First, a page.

The Bill Chuck Files overflow each day with stats, factoids, and observations that are sometimes relevant, sometimes irrelevant, and sometimes simply intriguing. At the start of each Sox series, I will share some of these in my "Nine to Know,ï¿½ and I hope you will do the same.
Red Sox (27-32/12-15 on the road) @ Tigers (31-25/14-14 at home)
As the Red Sox head into Detroit for a weekend series, you are looking at two teams that are reeling, each having just been swept. Since the start of play on May 19, the Sox are 7-9 and the Tigers are an AL worst 4-13. The difference is that at the start of play on May 19, the Sox were 20-23 in fourth place and the Tigers were 27-12, the best record in baseball.
Here's something we can be certain of: just like the Sox are not as bad a team as their 10-game losing streak indicated and they are not as good as their seven-game winning streak, the Tigers are not the best team in baseball, nor are they the worst team in the AL, as their recent records suggest. On the other hand, with just beyond a hundred games left in the season, as these two teams are constituted right now, their overall records are accurate reflections of their capabilities.
Nine to Know: Red Sox and Tigers
1. Homering does not do much for the Red Sox this season. They have homered in 35 games but only have a record of 15-20 in those games. The Tigers are 25-13 when they homer.
2. The Sox are 12-15 (.444) on the road, a 99-point drop in winning percentage compared to last season when they were 44-37 (.543). But, donï¿½t blame the pitchers: The staff ERA on the road last year was 4.03; this season itï¿½s 3.85.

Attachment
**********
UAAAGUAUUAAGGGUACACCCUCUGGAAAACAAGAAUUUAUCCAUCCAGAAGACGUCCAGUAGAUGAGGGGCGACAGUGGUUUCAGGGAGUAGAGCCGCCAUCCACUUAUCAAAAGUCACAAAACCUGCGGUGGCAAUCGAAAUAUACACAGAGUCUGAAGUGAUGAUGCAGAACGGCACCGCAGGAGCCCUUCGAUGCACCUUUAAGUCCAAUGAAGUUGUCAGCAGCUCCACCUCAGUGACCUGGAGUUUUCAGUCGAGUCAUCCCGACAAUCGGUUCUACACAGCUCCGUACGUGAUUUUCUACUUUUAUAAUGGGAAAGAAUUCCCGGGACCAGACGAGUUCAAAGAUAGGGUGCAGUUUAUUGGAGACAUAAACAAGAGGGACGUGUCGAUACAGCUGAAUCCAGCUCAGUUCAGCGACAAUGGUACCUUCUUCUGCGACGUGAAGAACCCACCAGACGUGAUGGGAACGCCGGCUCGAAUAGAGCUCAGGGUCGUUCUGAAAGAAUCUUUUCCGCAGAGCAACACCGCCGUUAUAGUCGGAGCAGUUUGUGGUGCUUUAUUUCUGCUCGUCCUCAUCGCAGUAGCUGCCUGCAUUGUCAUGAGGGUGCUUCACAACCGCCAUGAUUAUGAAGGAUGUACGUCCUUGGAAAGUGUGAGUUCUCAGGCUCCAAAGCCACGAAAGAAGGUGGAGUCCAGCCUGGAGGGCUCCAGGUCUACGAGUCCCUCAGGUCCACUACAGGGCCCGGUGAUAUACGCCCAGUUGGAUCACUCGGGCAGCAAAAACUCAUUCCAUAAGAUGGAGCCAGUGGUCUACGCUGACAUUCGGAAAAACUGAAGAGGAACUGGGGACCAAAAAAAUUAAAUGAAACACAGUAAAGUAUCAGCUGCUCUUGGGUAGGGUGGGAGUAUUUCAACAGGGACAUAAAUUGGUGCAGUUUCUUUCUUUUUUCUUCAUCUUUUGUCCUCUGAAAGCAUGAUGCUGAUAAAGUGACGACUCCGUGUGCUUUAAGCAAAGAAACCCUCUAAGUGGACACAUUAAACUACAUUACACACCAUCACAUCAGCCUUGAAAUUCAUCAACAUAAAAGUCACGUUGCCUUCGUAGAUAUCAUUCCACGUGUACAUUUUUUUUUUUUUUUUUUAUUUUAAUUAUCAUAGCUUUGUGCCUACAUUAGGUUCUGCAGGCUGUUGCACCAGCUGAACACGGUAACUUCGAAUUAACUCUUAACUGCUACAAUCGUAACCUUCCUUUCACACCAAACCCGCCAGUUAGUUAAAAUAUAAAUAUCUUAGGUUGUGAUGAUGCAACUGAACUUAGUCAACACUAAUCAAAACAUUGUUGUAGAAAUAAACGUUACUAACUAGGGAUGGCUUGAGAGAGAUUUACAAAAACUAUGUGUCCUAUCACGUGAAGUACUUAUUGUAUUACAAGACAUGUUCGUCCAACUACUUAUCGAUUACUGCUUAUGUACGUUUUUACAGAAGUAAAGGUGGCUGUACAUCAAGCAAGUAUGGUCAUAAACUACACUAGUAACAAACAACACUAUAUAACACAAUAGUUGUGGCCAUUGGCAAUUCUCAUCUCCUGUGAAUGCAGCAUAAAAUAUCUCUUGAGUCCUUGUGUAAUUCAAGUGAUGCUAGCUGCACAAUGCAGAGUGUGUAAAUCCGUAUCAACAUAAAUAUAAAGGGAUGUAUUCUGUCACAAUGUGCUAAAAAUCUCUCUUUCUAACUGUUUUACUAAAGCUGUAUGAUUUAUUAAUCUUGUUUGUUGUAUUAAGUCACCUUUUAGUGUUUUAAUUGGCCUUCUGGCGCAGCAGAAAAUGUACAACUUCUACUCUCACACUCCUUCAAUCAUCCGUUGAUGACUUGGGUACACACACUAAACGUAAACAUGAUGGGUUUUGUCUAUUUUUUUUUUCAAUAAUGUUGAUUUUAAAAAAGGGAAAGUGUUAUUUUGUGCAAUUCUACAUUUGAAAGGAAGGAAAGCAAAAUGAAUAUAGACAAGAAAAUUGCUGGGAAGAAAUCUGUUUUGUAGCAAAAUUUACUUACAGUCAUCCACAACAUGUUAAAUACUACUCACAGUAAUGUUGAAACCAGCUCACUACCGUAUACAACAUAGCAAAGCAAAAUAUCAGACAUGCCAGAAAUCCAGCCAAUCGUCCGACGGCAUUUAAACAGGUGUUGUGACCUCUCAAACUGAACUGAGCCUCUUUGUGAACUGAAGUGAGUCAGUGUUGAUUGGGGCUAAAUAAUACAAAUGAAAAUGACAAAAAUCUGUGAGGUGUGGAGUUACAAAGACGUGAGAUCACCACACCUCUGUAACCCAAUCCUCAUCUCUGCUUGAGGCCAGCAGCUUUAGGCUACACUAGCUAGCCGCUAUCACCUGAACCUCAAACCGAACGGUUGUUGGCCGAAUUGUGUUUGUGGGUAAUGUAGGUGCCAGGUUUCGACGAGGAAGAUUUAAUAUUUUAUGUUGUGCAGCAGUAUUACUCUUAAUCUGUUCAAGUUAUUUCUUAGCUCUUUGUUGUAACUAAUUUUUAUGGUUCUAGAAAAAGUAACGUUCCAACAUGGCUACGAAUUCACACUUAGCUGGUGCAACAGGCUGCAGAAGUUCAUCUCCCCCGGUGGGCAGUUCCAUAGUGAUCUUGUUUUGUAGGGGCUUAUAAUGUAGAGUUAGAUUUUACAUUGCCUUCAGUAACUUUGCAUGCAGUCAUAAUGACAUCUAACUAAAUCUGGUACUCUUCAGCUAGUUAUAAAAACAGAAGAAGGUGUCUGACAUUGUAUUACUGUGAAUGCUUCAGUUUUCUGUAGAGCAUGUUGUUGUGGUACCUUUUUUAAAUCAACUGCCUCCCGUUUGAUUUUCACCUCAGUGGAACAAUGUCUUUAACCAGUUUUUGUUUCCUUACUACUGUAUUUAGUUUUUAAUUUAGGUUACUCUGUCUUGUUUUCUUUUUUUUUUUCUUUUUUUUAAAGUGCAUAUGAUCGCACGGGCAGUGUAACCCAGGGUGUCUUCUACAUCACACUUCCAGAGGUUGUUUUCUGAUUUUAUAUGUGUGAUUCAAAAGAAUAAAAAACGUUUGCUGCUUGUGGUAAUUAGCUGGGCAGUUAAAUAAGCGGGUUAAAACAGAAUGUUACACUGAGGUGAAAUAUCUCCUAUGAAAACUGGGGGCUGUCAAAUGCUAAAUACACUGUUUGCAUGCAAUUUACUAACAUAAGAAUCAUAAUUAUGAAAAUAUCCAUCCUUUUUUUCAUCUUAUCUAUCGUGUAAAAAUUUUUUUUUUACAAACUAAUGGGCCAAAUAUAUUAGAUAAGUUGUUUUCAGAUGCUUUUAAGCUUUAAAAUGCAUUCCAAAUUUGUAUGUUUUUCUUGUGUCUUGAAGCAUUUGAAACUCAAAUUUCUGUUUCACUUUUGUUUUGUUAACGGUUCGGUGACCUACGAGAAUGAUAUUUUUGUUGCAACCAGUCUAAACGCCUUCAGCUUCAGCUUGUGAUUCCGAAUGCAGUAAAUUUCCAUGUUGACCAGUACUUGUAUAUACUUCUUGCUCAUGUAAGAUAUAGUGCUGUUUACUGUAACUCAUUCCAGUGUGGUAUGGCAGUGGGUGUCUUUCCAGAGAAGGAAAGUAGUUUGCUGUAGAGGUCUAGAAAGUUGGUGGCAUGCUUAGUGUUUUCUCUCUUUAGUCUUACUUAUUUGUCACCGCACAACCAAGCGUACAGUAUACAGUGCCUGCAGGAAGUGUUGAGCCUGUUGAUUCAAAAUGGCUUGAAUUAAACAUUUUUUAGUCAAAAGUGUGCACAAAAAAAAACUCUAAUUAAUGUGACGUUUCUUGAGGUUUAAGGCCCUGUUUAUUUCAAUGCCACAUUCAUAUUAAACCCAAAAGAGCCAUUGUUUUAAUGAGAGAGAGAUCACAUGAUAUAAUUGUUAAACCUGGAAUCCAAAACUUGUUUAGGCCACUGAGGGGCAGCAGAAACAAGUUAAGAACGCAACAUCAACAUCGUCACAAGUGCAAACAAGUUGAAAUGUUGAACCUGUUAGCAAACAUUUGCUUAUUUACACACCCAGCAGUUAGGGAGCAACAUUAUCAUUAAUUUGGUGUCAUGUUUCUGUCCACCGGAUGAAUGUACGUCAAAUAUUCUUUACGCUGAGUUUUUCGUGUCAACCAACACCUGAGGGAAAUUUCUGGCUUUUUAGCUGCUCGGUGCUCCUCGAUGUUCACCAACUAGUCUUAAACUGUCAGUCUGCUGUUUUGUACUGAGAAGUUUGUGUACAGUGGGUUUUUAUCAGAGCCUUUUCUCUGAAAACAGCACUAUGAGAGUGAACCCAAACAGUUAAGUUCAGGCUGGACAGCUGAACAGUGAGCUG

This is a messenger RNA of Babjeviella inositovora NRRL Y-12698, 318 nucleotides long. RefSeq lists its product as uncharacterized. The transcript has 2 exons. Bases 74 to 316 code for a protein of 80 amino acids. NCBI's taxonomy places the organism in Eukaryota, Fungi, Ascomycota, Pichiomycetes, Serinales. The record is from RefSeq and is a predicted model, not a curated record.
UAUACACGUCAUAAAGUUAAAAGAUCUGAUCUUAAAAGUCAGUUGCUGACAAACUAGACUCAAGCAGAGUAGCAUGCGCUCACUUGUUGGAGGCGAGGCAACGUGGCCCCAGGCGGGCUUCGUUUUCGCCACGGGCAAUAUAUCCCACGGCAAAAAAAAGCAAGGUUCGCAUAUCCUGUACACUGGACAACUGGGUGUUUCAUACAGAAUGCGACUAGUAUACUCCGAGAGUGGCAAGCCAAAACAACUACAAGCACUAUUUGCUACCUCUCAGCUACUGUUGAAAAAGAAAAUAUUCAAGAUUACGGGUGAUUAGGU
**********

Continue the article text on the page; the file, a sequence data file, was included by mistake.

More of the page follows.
3. The Sox are hitting .226 away from Fenway. The infielders are hitting .231 and the outfielders are hitting .203, a major league worst. The Tigers are hitting .279 at Comerica. The infielders are hitting .304 and the outfielders are hitting .271.
4. Cumulatively, the Sox outfield is hitting .214, the worst in baseball. But to their credit, with runners on, they are hitting .254 and .253 w/RISP. The Tigers outfield is hitting .258, overall and with men on, and .245 w/RISP.
5. Jackie Bradley Jr.’s .203 batting avg. is the second worst amongst all outfielders in the majors. In his last 10 games, he’s hitting .229 with one homer, one double, and 10 strikeouts. And that’s an improvement (!?!).
6. Grady Sizemore has now gone 35 games, 133 AB without a homer. He’s hit .195 during that stretch.
7. Daniel Nava has six hits in 45 at bats away from Fenway. That’s a petite .133 BA.
8. In 2012, David Ortiz had a 13.3% strikeout rate. In 2013, it jumped to 14.7%. And this season, it’s up to 15.5%.
9. During Don Zimmer’s tenure as manager from 1976-80, Jim Rice led the Sox with 173 homers. Carl Yastrzemski was next with 102, followed by Fred Lynn with 101. The baseball world is not as much fun after this loss.
Get well soon, Greg Colbrunn.
At the 59-game mark during the Bobby Valentine era, the Red Sox were 29-30 in fifth place, five games out of first.
See you all Monday as the Sox head to Baltimore.